Toxic car loophole - Jamaica has no mechanism to police contaminated Japan imports
Marcella Scarlett, Business Reporter
No one is denying that the possibility that vehicles with water damage or exposed to radiation can enter the Jamaican market from Japan and end up in people's garages, but they all insist the likelihood is slim despite the absence of any mechanism to police it.
Several websites of Japanese dealers, some of which are used by Jamaican used-car dealers, have damaged cars on display, with a note in fine print at the bottom of the vehicle stating "this car was exposed to radiation" or "water damaged".
These cars are selling for as low as JPY750, which translates to J$817 based on currency rates published by Bank of Jamaica.
Some of the vehicles are also being auctioned and can be bought for similar low prices.
Both the new and used-car dealers say they have no dealings with such cars, but they acknowledge that neither the border control division of Customs nor the Trade Board which issues import permits for vehicles has a mechanism to check whether a car is contaminated with radiation.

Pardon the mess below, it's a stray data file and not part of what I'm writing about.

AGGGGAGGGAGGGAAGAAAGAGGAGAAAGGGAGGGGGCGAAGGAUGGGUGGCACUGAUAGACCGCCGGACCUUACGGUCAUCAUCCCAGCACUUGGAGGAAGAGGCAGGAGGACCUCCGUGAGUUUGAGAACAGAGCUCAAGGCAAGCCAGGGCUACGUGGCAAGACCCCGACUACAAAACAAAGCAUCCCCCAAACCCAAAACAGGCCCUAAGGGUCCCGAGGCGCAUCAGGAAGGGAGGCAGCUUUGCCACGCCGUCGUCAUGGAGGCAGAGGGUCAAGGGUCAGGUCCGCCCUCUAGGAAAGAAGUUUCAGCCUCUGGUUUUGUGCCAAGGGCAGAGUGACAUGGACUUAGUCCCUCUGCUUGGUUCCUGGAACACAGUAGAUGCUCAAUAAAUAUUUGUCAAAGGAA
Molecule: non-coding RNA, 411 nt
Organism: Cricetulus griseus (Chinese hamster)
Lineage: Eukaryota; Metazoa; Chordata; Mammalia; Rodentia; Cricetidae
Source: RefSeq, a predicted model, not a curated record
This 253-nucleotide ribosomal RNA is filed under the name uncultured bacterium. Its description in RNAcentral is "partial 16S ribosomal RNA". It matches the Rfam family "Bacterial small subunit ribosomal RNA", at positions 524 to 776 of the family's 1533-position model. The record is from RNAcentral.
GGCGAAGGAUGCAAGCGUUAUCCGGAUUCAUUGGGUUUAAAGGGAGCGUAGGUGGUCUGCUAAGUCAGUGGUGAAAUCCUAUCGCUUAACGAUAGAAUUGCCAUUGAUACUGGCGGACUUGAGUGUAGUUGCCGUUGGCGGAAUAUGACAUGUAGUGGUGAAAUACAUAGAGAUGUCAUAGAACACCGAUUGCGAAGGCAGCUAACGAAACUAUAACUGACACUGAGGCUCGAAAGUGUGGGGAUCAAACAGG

Banking on dealer integrity
Sunday Business was referred from one agency to another when clarification was sought from state regulators, but not even the chief enviro-watchdog, the National Environment and Planning Agency (NEPA), could proffer an answer as to how such vehicles could be detected.
NEPA referred Sunday Business to an official at the Ministry of Health - home of the Environmental Control Division. She was not reached for comment despite several tries.
But from the sparse information available, the system set up around car imports appears to be banking on the integrity of dealers.
"As it relates to new cars, the manufacturers have guarantees that none of the vehicles could be exported out of Japan," said Kent LaCroix, president of the Automobile Dealers Association.
"We are satisfied that the new cars are radiation-free and that they are not water damaged," he said.